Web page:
It is no accident that Georgetown has won all five games it dominted in rebounding and lost the three in which it was beaten to the backboards.

"I can't think of many games we win that we don't pull down more rebounds," Georgetown Coach John Thompson said yesterday. "An edge in rebounding is consistent with winning basketball games."

Georgetown, after being outscored and outrebounded in Alaska by North Carolina and Louisiana State, began to improve almost all phases of its game -- especially rebounding -- and built a five-game winning streak by beating weaker opponents to missed shots.

But Saturday the Hoyas were upset by Drake, Largely a result of being outrebounded, 53-38. "And a lot of those were offensive rebounds," Thompson added. Eric Floyd, 6-foot-3 shooting guard, was Georgetown's leading rebounder with eight.

Tonight Georgetown goes against Texas Southern, which has two forwards who combine for 20 rebounds per game. The top five Hoya rebounders total 22 per contest.

"I'm not any more concerned about our rebounding problem than I am about any weaknesses we have right now," Thompson said. "We are behind in relation to where we were last year, and that includes rebounding. But I expected that and the team knows we have a lot of work (to do)."

In its 26-6 season last year, Georgetown was outrebound only seven times, and surprisingly won all seven games. But their most important rebounding statistic is that graduated senior Craig Shelton led the team in that catagory 16 games last year.

The players who form the nucleus of this year's team became so dependent on Shelton that all seem tentative about stepping forward to assume rebounding leadership -- a key role on a team whose offense is built around a controlled fast break.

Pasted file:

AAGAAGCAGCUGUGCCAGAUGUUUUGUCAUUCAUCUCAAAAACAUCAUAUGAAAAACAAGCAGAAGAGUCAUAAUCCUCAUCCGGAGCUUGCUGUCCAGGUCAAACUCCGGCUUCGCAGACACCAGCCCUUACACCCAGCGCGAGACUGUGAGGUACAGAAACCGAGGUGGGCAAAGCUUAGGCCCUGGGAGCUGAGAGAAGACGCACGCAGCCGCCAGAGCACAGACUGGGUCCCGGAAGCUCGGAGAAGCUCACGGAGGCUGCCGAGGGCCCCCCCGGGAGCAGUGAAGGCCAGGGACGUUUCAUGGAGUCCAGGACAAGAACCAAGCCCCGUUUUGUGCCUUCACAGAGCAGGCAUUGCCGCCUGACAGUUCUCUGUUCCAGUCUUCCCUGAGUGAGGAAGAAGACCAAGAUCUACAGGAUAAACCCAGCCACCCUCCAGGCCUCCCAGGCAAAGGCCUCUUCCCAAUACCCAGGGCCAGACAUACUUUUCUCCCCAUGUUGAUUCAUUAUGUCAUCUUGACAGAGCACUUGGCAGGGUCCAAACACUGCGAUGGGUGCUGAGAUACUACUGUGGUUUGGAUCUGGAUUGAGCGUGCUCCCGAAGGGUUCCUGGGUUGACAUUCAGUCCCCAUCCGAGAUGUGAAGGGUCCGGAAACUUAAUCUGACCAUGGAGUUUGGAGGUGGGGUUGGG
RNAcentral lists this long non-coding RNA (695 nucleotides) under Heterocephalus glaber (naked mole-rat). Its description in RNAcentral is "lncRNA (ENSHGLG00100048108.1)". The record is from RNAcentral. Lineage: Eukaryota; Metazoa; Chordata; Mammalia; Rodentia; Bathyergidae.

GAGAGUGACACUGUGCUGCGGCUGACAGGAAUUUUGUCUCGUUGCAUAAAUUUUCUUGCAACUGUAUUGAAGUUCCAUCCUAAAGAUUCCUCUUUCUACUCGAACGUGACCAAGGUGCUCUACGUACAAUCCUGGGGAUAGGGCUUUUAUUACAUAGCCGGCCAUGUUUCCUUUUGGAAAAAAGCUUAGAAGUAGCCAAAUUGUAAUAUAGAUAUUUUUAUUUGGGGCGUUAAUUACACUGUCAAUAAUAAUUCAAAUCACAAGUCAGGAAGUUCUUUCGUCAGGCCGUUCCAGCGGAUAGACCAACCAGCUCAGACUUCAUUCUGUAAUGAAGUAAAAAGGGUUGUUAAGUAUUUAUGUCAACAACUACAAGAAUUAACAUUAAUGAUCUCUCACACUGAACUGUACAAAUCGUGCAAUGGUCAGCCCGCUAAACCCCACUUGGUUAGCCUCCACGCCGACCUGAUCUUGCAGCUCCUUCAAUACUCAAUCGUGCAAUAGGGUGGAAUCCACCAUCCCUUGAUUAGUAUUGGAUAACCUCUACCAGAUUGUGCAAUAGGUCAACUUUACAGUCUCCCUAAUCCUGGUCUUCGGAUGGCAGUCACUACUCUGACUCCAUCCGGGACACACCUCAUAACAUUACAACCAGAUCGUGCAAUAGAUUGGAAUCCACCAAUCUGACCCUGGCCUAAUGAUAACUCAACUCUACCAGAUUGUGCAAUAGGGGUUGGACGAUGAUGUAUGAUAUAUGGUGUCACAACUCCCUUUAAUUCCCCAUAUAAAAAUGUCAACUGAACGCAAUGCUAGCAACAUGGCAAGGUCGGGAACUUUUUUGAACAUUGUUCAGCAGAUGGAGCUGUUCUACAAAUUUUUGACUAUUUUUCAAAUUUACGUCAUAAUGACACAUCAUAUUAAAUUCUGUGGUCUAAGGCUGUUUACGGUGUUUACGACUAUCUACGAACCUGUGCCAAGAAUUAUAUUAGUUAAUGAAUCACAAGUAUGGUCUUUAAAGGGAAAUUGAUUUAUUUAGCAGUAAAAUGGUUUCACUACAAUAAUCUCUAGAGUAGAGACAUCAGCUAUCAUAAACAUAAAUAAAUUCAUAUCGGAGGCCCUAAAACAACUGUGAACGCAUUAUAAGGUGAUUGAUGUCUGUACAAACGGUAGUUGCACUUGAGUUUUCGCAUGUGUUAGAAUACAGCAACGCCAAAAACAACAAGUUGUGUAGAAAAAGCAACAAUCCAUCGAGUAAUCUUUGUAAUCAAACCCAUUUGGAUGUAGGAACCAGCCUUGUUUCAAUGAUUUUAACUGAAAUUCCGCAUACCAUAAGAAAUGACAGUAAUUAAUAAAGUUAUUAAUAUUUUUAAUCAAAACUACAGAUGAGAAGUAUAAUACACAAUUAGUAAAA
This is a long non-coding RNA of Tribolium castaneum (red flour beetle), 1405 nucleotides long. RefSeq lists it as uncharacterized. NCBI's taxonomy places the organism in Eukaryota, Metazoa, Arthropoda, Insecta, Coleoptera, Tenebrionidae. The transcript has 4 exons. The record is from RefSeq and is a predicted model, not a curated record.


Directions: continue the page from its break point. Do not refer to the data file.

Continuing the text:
"The kids on this team have the ability to rebound effectively, but initiative is another thing," said Thompson. "You don't lose players like Craig Shelton and John Duren and not expect some adjustment.

"But the guys on this team are just now beginning to realize they have become primary rebounders this year and are no longer complementary rebounders (to Shelton). They're just starting to say to themselves, 'Hey, I'm the man. I've got to initiate.'"

Nobody has so far. Center Ed Springgs leads the team with 5.8 rebounds per game. Forward Mike Hancock is next with 4.5, and three players are tied with four each.

Georgetown is outrebounding its opponents by four per game, but that margin was built against opponents like Southern, Wheeling and St. Leo.

Tonight, Thompson's team will have the problem of stopping Texas Southern's 6-foot-7 sophomore forward Harry Kelly, who averages 24 points and 9.8 rebounds. Mike Anderson, 6-8, is averaging 10.2 boards. The Tigers managed to outrebound Texas A&M's front court known as "The Wall" for one half before losing by 11. Kelly had 17 points last night Southern lost to Wisconsin, 58-49, to drop to 3-4.

"They're big," said Thompson, staring at a list of the Tiger heights. "They have mor size than we do to begin with and they bring a 7-footer, Ron Cavenall, off the bench. But theworst thing we can do is panic. About rebounding or anything else."